If you are cooking the prime rib to medium doneness, then the meat thermometer should ultimately read approximately 140 degrees Fahrenheit, but don’t leave it in the oven until it reaches that desired temperature. David Rose detailed to , “You don’t want to take it out at 140 or 145, because it’s going to carryover cook, and that means it’s going to increase about five to 10 degrees so by the time it rests and carryover cooks, so it’ll be more towards the medium well side of things.”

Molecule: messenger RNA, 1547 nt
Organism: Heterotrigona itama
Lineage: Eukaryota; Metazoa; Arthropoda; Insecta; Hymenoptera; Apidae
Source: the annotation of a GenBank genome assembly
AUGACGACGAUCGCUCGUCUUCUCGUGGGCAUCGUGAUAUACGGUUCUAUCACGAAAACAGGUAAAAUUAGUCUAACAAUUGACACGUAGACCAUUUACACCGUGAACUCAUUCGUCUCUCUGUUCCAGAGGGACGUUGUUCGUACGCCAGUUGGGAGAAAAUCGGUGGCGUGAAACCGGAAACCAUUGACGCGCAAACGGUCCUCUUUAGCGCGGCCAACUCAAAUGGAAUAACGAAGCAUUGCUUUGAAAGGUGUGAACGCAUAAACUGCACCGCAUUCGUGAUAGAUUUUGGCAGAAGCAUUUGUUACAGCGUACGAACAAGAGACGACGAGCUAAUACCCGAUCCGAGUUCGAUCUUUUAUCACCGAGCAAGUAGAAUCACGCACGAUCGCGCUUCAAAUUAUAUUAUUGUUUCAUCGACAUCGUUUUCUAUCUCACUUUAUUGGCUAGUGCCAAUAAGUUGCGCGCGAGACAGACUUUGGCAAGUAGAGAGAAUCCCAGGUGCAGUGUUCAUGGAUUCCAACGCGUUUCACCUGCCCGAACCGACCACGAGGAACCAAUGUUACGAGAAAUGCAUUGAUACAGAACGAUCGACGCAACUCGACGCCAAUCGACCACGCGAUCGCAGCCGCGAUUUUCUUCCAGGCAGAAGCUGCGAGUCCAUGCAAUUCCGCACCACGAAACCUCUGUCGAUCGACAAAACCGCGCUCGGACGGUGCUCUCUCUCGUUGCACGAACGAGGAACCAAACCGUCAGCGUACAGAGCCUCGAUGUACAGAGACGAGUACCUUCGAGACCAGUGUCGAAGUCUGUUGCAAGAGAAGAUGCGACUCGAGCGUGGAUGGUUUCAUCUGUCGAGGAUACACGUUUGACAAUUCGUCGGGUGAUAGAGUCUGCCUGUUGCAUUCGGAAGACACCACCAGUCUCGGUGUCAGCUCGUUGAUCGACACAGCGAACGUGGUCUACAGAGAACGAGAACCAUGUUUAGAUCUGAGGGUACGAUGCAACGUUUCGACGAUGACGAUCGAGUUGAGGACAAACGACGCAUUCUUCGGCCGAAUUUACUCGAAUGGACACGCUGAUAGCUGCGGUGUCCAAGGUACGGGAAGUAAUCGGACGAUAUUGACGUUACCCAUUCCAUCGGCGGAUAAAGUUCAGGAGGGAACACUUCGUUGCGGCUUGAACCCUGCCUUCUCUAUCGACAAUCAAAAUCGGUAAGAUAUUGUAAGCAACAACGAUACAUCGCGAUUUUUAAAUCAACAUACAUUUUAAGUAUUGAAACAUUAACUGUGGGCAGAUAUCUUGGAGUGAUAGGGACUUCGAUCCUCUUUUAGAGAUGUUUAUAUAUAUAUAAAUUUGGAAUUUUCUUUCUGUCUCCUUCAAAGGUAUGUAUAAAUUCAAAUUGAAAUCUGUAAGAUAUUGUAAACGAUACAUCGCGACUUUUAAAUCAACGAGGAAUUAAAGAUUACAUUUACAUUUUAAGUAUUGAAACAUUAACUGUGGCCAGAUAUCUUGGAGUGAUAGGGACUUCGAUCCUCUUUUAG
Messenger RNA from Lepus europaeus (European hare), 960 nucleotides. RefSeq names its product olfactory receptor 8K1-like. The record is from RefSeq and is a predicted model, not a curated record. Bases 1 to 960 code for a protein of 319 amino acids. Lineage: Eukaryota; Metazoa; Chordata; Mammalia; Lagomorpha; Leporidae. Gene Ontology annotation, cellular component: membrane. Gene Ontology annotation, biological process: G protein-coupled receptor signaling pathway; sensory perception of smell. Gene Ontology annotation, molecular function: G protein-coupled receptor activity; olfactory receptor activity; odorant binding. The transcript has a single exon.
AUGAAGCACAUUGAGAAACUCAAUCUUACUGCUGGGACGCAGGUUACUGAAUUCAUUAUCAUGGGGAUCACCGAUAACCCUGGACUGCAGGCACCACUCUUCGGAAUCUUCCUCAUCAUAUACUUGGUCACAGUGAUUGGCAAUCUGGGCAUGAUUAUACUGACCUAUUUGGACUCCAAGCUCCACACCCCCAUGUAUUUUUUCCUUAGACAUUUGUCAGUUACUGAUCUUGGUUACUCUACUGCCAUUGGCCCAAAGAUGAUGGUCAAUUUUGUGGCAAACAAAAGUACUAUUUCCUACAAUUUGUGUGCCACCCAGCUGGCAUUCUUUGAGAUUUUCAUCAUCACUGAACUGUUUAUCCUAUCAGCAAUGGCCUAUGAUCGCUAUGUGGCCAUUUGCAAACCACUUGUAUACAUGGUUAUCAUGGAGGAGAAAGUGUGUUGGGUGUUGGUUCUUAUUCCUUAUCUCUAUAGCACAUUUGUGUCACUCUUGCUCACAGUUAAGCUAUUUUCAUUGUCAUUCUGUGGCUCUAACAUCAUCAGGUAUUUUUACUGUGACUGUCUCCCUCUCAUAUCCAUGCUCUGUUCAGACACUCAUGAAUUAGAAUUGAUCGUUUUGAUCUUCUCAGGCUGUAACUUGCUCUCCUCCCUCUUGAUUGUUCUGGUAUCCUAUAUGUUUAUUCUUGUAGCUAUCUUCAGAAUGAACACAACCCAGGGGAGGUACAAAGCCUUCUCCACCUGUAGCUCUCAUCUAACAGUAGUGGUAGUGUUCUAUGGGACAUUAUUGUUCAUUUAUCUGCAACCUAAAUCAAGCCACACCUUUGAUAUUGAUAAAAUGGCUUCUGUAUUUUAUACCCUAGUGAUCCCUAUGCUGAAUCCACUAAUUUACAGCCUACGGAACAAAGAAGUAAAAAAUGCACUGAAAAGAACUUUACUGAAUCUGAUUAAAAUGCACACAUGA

The chef recommends keeping your eye on a standard digital thermometer — because we’ve all been there when the meat accidentally overcooks — and taking the roast out of the oven when the temp is about 10 degrees below the one where you want to end. You can also cook a prime rib roast to rare, medium rare, or well-done, which have different adjacent temperatures, but Rose claims that in terms of a delicious prime rib, “medium is the most” he would roast it. Serve it with some mashed potatoes and green beans, and you’ll have a mouthwatering holiday meal on your hands.
Keep up with Chef David Rose on Instagram. Check out the Omaha Steaks website to learn more about their offerings.